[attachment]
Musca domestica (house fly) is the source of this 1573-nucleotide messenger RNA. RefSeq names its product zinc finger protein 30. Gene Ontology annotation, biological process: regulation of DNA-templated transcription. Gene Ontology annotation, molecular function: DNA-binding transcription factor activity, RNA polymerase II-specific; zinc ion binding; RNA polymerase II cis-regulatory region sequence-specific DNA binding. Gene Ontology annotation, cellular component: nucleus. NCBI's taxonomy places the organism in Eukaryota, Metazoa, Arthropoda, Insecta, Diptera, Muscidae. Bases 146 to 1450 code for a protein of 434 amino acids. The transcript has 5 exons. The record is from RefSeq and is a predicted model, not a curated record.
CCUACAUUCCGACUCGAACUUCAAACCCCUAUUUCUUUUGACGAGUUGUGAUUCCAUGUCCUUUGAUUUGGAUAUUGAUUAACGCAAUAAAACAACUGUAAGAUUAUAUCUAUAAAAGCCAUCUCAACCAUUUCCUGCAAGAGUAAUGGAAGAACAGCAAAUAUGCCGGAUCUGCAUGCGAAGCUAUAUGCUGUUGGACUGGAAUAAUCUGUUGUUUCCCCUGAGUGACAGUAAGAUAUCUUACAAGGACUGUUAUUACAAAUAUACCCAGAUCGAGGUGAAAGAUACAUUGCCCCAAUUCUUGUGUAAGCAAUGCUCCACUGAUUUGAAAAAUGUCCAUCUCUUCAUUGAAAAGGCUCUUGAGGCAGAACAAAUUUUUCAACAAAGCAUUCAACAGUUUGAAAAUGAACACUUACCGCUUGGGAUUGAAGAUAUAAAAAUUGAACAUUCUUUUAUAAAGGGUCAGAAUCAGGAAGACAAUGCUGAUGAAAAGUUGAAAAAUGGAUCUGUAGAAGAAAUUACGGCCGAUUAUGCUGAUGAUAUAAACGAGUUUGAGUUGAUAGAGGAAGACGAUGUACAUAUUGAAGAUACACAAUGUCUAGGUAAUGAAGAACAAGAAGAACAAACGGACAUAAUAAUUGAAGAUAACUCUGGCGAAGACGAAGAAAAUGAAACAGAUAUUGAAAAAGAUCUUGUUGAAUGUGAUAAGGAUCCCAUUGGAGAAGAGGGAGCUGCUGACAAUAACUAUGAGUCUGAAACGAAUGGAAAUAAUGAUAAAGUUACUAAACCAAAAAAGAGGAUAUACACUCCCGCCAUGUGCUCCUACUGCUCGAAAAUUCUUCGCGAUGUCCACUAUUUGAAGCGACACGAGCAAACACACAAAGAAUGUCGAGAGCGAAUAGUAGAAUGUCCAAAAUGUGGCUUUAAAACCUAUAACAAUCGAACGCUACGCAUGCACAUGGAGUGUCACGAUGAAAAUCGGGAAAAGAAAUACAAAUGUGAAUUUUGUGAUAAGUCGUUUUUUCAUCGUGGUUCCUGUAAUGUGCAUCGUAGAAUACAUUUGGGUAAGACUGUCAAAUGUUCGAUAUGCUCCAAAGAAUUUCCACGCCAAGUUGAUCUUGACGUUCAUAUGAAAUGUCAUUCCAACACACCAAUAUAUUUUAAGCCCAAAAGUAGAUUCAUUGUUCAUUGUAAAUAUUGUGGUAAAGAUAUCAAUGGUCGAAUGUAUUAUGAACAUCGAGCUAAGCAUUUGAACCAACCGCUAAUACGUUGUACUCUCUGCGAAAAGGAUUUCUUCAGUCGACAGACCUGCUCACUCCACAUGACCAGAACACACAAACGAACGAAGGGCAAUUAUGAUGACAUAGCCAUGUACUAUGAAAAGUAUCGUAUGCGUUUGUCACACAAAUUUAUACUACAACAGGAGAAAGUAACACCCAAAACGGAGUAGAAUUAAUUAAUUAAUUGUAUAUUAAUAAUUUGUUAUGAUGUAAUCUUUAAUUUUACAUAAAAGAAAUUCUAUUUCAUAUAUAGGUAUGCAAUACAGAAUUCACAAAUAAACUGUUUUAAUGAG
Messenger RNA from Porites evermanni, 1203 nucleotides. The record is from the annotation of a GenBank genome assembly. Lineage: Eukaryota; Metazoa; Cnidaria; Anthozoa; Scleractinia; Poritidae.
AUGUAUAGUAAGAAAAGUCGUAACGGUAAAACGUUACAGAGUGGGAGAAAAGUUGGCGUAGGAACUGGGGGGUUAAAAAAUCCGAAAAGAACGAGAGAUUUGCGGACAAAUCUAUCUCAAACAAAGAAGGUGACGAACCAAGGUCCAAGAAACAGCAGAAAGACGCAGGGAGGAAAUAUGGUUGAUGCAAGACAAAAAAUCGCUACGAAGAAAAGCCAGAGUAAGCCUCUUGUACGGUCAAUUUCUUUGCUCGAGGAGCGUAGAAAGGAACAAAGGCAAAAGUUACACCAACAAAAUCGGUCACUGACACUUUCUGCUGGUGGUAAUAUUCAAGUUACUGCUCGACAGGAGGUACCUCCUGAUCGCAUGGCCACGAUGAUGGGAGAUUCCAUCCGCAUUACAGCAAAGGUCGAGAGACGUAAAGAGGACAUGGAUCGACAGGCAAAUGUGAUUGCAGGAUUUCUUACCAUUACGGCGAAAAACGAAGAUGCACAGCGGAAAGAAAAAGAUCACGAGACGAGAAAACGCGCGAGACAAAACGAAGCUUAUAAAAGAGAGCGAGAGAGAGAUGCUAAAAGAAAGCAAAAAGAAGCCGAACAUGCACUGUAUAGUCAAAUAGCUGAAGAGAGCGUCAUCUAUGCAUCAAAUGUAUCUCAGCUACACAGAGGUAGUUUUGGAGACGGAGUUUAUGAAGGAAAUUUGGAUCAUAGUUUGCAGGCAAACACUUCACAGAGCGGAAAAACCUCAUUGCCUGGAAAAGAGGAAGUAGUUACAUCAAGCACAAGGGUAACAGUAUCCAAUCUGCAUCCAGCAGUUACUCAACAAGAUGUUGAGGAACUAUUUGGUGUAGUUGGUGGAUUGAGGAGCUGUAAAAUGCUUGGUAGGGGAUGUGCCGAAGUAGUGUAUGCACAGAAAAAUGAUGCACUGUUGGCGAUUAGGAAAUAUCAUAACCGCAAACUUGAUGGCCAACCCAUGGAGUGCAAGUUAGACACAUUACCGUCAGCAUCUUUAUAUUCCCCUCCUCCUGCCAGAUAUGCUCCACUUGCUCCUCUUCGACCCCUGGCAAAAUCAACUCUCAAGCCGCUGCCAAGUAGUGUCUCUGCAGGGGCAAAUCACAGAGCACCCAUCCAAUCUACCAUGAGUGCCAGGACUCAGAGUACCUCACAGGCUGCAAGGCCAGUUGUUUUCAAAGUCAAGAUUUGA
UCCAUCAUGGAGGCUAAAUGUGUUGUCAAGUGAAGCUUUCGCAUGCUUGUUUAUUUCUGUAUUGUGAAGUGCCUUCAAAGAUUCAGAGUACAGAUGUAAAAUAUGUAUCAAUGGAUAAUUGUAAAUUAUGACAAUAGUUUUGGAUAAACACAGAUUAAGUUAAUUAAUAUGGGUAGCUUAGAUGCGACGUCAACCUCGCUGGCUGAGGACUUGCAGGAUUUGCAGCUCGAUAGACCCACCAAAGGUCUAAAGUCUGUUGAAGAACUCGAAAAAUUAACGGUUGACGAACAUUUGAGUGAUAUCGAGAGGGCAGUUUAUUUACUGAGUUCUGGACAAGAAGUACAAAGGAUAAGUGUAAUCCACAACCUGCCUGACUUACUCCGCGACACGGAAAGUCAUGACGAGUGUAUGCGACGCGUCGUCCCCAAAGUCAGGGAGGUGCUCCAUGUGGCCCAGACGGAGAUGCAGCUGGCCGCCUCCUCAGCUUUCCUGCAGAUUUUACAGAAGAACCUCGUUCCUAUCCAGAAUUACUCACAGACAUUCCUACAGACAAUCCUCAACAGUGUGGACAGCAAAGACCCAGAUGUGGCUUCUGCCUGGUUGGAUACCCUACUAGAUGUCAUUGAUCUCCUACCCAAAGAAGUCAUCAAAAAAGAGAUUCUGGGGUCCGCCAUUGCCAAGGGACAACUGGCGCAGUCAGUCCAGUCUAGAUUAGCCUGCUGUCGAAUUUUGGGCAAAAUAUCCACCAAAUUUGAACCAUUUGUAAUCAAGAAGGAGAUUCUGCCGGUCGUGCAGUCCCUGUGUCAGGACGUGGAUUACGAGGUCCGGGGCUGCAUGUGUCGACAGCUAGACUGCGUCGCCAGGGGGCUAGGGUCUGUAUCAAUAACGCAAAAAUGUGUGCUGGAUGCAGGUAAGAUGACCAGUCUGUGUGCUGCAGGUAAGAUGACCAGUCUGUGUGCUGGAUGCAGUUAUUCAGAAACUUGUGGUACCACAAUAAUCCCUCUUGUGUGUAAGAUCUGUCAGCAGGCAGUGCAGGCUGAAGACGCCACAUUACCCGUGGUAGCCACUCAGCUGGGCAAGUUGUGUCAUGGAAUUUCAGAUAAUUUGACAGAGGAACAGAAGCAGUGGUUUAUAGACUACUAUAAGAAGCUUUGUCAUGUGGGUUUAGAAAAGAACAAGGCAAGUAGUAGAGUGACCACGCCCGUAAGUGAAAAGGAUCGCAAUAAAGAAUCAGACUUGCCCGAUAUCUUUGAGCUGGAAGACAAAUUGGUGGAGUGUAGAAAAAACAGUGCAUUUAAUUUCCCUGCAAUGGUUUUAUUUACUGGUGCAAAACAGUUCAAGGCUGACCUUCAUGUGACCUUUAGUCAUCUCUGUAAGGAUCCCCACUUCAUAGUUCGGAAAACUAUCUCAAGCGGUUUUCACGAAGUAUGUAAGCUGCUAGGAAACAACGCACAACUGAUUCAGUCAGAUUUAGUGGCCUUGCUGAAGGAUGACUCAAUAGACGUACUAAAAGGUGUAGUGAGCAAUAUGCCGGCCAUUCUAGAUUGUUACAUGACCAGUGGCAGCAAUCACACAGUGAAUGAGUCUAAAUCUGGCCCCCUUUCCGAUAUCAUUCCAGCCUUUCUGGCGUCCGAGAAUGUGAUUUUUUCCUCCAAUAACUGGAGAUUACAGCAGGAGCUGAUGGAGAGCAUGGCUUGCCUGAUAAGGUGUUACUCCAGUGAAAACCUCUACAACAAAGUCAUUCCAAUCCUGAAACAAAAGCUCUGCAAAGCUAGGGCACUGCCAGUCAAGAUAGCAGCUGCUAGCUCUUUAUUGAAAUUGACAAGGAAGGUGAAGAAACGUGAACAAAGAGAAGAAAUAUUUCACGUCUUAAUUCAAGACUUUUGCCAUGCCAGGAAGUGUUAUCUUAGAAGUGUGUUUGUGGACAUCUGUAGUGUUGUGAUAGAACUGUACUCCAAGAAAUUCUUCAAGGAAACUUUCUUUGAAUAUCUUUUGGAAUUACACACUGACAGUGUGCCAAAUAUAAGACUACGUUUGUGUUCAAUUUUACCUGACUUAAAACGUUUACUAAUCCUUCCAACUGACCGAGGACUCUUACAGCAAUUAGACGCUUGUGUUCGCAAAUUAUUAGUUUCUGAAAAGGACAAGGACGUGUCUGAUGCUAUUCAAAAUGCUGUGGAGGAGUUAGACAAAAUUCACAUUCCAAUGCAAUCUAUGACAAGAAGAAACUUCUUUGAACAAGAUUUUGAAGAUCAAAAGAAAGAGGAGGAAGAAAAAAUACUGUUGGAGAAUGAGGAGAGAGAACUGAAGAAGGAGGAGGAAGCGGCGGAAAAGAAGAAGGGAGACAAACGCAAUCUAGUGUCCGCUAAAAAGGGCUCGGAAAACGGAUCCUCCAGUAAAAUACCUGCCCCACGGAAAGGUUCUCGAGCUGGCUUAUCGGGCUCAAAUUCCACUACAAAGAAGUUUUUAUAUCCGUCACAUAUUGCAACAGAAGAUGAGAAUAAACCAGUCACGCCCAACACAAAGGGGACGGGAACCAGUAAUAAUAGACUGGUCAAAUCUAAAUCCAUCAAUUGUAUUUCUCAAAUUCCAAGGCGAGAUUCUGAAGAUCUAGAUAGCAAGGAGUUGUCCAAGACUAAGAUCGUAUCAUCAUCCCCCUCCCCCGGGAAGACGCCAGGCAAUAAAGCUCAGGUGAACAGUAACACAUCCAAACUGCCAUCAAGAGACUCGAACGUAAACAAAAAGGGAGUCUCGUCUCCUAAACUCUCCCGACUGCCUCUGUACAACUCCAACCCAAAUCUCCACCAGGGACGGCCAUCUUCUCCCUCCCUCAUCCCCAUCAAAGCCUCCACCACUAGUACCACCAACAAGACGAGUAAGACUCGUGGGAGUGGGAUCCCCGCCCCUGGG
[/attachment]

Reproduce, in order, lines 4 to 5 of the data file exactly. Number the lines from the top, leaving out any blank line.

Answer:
AUGUAUAGUAAGAAAAGUCGUAACGGUAAAACGUUACAGAGUGGGAGAAAAGUUGGCGUAGGAACUGGGGGGUUAAAAAAUCCGAAAAGAACGAGAGAUUUGCGGACAAAUCUAUCUCAAACAAAGAAGGUGACGAACCAAGGUCCAAGAAACAGCAGAAAGACGCAGGGAGGAAAUAUGGUUGAUGCAAGACAAAAAAUCGCUACGAAGAAAAGCCAGAGUAAGCCUCUUGUACGGUCAAUUUCUUUGCUCGAGGAGCGUAGAAAGGAACAAAGGCAAAAGUUACACCAACAAAAUCGGUCACUGACACUUUCUGCUGGUGGUAAUAUUCAAGUUACUGCUCGACAGGAGGUACCUCCUGAUCGCAUGGCCACGAUGAUGGGAGAUUCCAUCCGCAUUACAGCAAAGGUCGAGAGACGUAAAGAGGACAUGGAUCGACAGGCAAAUGUGAUUGCAGGAUUUCUUACCAUUACGGCGAAAAACGAAGAUGCACAGCGGAAAGAAAAAGAUCACGAGACGAGAAAACGCGCGAGACAAAACGAAGCUUAUAAAAGAGAGCGAGAGAGAGAUGCUAAAAGAAAGCAAAAAGAAGCCGAACAUGCACUGUAUAGUCAAAUAGCUGAAGAGAGCGUCAUCUAUGCAUCAAAUGUAUCUCAGCUACACAGAGGUAGUUUUGGAGACGGAGUUUAUGAAGGAAAUUUGGAUCAUAGUUUGCAGGCAAACACUUCACAGAGCGGAAAAACCUCAUUGCCUGGAAAAGAGGAAGUAGUUACAUCAAGCACAAGGGUAACAGUAUCCAAUCUGCAUCCAGCAGUUACUCAACAAGAUGUUGAGGAACUAUUUGGUGUAGUUGGUGGAUUGAGGAGCUGUAAAAUGCUUGGUAGGGGAUGUGCCGAAGUAGUGUAUGCACAGAAAAAUGAUGCACUGUUGGCGAUUAGGAAAUAUCAUAACCGCAAACUUGAUGGCCAACCCAUGGAGUGCAAGUUAGACACAUUACCGUCAGCAUCUUUAUAUUCCCCUCCUCCUGCCAGAUAUGCUCCACUUGCUCCUCUUCGACCCCUGGCAAAAUCAACUCUCAAGCCGCUGCCAAGUAGUGUCUCUGCAGGGGCAAAUCACAGAGCACCCAUCCAAUCUACCAUGAGUGCCAGGACUCAGAGUACCUCACAGGCUGCAAGGCCAGUUGUUUUCAAAGUCAAGAUUUGA
UCCAUCAUGGAGGCUAAAUGUGUUGUCAAGUGAAGCUUUCGCAUGCUUGUUUAUUUCUGUAUUGUGAAGUGCCUUCAAAGAUUCAGAGUACAGAUGUAAAAUAUGUAUCAAUGGAUAAUUGUAAAUUAUGACAAUAGUUUUGGAUAAACACAGAUUAAGUUAAUUAAUAUGGGUAGCUUAGAUGCGACGUCAACCUCGCUGGCUGAGGACUUGCAGGAUUUGCAGCUCGAUAGACCCACCAAAGGUCUAAAGUCUGUUGAAGAACUCGAAAAAUUAACGGUUGACGAACAUUUGAGUGAUAUCGAGAGGGCAGUUUAUUUACUGAGUUCUGGACAAGAAGUACAAAGGAUAAGUGUAAUCCACAACCUGCCUGACUUACUCCGCGACACGGAAAGUCAUGACGAGUGUAUGCGACGCGUCGUCCCCAAAGUCAGGGAGGUGCUCCAUGUGGCCCAGACGGAGAUGCAGCUGGCCGCCUCCUCAGCUUUCCUGCAGAUUUUACAGAAGAACCUCGUUCCUAUCCAGAAUUACUCACAGACAUUCCUACAGACAAUCCUCAACAGUGUGGACAGCAAAGACCCAGAUGUGGCUUCUGCCUGGUUGGAUACCCUACUAGAUGUCAUUGAUCUCCUACCCAAAGAAGUCAUCAAAAAAGAGAUUCUGGGGUCCGCCAUUGCCAAGGGACAACUGGCGCAGUCAGUCCAGUCUAGAUUAGCCUGCUGUCGAAUUUUGGGCAAAAUAUCCACCAAAUUUGAACCAUUUGUAAUCAAGAAGGAGAUUCUGCCGGUCGUGCAGUCCCUGUGUCAGGACGUGGAUUACGAGGUCCGGGGCUGCAUGUGUCGACAGCUAGACUGCGUCGCCAGGGGGCUAGGGUCUGUAUCAAUAACGCAAAAAUGUGUGCUGGAUGCAGGUAAGAUGACCAGUCUGUGUGCUGCAGGUAAGAUGACCAGUCUGUGUGCUGGAUGCAGUUAUUCAGAAACUUGUGGUACCACAAUAAUCCCUCUUGUGUGUAAGAUCUGUCAGCAGGCAGUGCAGGCUGAAGACGCCACAUUACCCGUGGUAGCCACUCAGCUGGGCAAGUUGUGUCAUGGAAUUUCAGAUAAUUUGACAGAGGAACAGAAGCAGUGGUUUAUAGACUACUAUAAGAAGCUUUGUCAUGUGGGUUUAGAAAAGAACAAGGCAAGUAGUAGAGUGACCACGCCCGUAAGUGAAAAGGAUCGCAAUAAAGAAUCAGACUUGCCCGAUAUCUUUGAGCUGGAAGACAAAUUGGUGGAGUGUAGAAAAAACAGUGCAUUUAAUUUCCCUGCAAUGGUUUUAUUUACUGGUGCAAAACAGUUCAAGGCUGACCUUCAUGUGACCUUUAGUCAUCUCUGUAAGGAUCCCCACUUCAUAGUUCGGAAAACUAUCUCAAGCGGUUUUCACGAAGUAUGUAAGCUGCUAGGAAACAACGCACAACUGAUUCAGUCAGAUUUAGUGGCCUUGCUGAAGGAUGACUCAAUAGACGUACUAAAAGGUGUAGUGAGCAAUAUGCCGGCCAUUCUAGAUUGUUACAUGACCAGUGGCAGCAAUCACACAGUGAAUGAGUCUAAAUCUGGCCCCCUUUCCGAUAUCAUUCCAGCCUUUCUGGCGUCCGAGAAUGUGAUUUUUUCCUCCAAUAACUGGAGAUUACAGCAGGAGCUGAUGGAGAGCAUGGCUUGCCUGAUAAGGUGUUACUCCAGUGAAAACCUCUACAACAAAGUCAUUCCAAUCCUGAAACAAAAGCUCUGCAAAGCUAGGGCACUGCCAGUCAAGAUAGCAGCUGCUAGCUCUUUAUUGAAAUUGACAAGGAAGGUGAAGAAACGUGAACAAAGAGAAGAAAUAUUUCACGUCUUAAUUCAAGACUUUUGCCAUGCCAGGAAGUGUUAUCUUAGAAGUGUGUUUGUGGACAUCUGUAGUGUUGUGAUAGAACUGUACUCCAAGAAAUUCUUCAAGGAAACUUUCUUUGAAUAUCUUUUGGAAUUACACACUGACAGUGUGCCAAAUAUAAGACUACGUUUGUGUUCAAUUUUACCUGACUUAAAACGUUUACUAAUCCUUCCAACUGACCGAGGACUCUUACAGCAAUUAGACGCUUGUGUUCGCAAAUUAUUAGUUUCUGAAAAGGACAAGGACGUGUCUGAUGCUAUUCAAAAUGCUGUGGAGGAGUUAGACAAAAUUCACAUUCCAAUGCAAUCUAUGACAAGAAGAAACUUCUUUGAACAAGAUUUUGAAGAUCAAAAGAAAGAGGAGGAAGAAAAAAUACUGUUGGAGAAUGAGGAGAGAGAACUGAAGAAGGAGGAGGAAGCGGCGGAAAAGAAGAAGGGAGACAAACGCAAUCUAGUGUCCGCUAAAAAGGGCUCGGAAAACGGAUCCUCCAGUAAAAUACCUGCCCCACGGAAAGGUUCUCGAGCUGGCUUAUCGGGCUCAAAUUCCACUACAAAGAAGUUUUUAUAUCCGUCACAUAUUGCAACAGAAGAUGAGAAUAAACCAGUCACGCCCAACACAAAGGGGACGGGAACCAGUAAUAAUAGACUGGUCAAAUCUAAAUCCAUCAAUUGUAUUUCUCAAAUUCCAAGGCGAGAUUCUGAAGAUCUAGAUAGCAAGGAGUUGUCCAAGACUAAGAUCGUAUCAUCAUCCCCCUCCCCCGGGAAGACGCCAGGCAAUAAAGCUCAGGUGAACAGUAACACAUCCAAACUGCCAUCAAGAGACUCGAACGUAAACAAAAAGGGAGUCUCGUCUCCUAAACUCUCCCGACUGCCUCUGUACAACUCCAACCCAAAUCUCCACCAGGGACGGCCAUCUUCUCCCUCCCUCAUCCCCAUCAAAGCCUCCACCACUAGUACCACCAACAAGACGAGUAAGACUCGUGGGAGUGGGAUCCCCGCCCCUGGG